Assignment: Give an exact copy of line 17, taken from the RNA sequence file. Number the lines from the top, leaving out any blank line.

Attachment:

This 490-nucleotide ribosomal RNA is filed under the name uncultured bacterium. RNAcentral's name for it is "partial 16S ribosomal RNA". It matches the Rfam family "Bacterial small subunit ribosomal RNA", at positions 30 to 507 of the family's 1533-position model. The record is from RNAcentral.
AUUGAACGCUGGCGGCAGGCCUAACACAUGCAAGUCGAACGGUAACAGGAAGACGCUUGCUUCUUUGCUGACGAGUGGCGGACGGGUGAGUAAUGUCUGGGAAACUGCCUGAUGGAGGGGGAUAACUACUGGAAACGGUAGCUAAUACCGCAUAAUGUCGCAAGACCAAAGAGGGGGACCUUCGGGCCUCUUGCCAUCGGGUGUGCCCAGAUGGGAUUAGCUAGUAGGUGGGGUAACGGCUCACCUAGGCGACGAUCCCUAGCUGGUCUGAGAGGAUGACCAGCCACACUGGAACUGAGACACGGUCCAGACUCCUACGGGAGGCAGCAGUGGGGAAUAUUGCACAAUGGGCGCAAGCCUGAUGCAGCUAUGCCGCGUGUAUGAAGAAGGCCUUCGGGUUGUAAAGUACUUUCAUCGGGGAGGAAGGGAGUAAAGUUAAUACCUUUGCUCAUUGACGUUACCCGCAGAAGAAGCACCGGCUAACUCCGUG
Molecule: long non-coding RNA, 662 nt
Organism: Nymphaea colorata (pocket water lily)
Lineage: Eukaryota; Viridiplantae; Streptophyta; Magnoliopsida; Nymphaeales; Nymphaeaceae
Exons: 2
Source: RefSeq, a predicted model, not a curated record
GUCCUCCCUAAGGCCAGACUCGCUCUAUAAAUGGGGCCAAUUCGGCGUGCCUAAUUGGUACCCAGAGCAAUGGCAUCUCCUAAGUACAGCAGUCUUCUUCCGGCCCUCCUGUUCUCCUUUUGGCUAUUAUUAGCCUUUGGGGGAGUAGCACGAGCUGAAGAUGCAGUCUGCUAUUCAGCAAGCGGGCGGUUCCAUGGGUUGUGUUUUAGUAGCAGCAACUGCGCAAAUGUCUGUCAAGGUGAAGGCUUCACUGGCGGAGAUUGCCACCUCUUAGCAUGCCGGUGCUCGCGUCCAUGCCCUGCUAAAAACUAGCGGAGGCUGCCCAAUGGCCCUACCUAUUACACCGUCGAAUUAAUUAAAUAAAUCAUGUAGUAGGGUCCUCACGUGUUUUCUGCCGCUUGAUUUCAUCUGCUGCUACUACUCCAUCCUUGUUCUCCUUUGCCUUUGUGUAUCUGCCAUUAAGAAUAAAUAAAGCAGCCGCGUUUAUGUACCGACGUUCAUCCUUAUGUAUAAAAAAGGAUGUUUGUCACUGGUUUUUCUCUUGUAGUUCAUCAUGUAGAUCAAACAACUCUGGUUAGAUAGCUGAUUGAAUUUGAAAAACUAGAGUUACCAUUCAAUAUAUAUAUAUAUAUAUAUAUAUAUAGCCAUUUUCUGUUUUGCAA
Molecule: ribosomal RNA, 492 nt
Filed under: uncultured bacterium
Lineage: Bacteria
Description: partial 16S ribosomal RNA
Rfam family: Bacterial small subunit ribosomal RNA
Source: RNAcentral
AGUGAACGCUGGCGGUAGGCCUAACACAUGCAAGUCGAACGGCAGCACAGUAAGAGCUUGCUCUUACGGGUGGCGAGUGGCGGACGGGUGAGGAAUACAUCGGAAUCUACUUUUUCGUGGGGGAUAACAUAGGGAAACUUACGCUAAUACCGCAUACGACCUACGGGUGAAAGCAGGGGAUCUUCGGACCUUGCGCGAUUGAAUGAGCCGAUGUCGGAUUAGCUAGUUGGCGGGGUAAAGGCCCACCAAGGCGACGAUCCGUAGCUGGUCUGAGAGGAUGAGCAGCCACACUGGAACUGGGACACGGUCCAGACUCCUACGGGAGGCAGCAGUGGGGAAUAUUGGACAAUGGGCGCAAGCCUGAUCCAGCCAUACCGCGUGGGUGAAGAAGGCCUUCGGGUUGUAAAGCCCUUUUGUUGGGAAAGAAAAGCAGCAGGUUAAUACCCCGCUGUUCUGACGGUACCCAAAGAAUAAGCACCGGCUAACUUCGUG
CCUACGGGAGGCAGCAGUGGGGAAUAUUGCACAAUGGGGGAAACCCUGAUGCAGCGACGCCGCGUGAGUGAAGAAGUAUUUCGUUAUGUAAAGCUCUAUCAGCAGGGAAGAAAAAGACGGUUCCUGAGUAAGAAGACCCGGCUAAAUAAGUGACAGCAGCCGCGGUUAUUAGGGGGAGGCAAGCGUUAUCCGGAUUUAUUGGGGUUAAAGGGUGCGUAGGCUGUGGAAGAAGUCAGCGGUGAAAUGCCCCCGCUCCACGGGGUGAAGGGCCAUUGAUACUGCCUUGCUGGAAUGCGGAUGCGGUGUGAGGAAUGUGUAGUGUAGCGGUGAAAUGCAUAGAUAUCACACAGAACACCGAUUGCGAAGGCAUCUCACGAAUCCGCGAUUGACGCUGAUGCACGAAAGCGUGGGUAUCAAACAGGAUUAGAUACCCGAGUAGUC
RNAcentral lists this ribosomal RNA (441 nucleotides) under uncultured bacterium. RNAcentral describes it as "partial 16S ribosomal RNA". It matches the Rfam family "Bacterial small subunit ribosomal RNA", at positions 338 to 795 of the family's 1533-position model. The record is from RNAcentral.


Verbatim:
RNAcentral lists this ribosomal RNA (441 nucleotides) under uncultured bacterium. RNAcentral describes it as "partial 16S ribosomal RNA". It matches the Rfam family "Bacterial small subunit ribosomal RNA", at positions 338 to 795 of the family's 1533-position model. The record is from RNAcentral.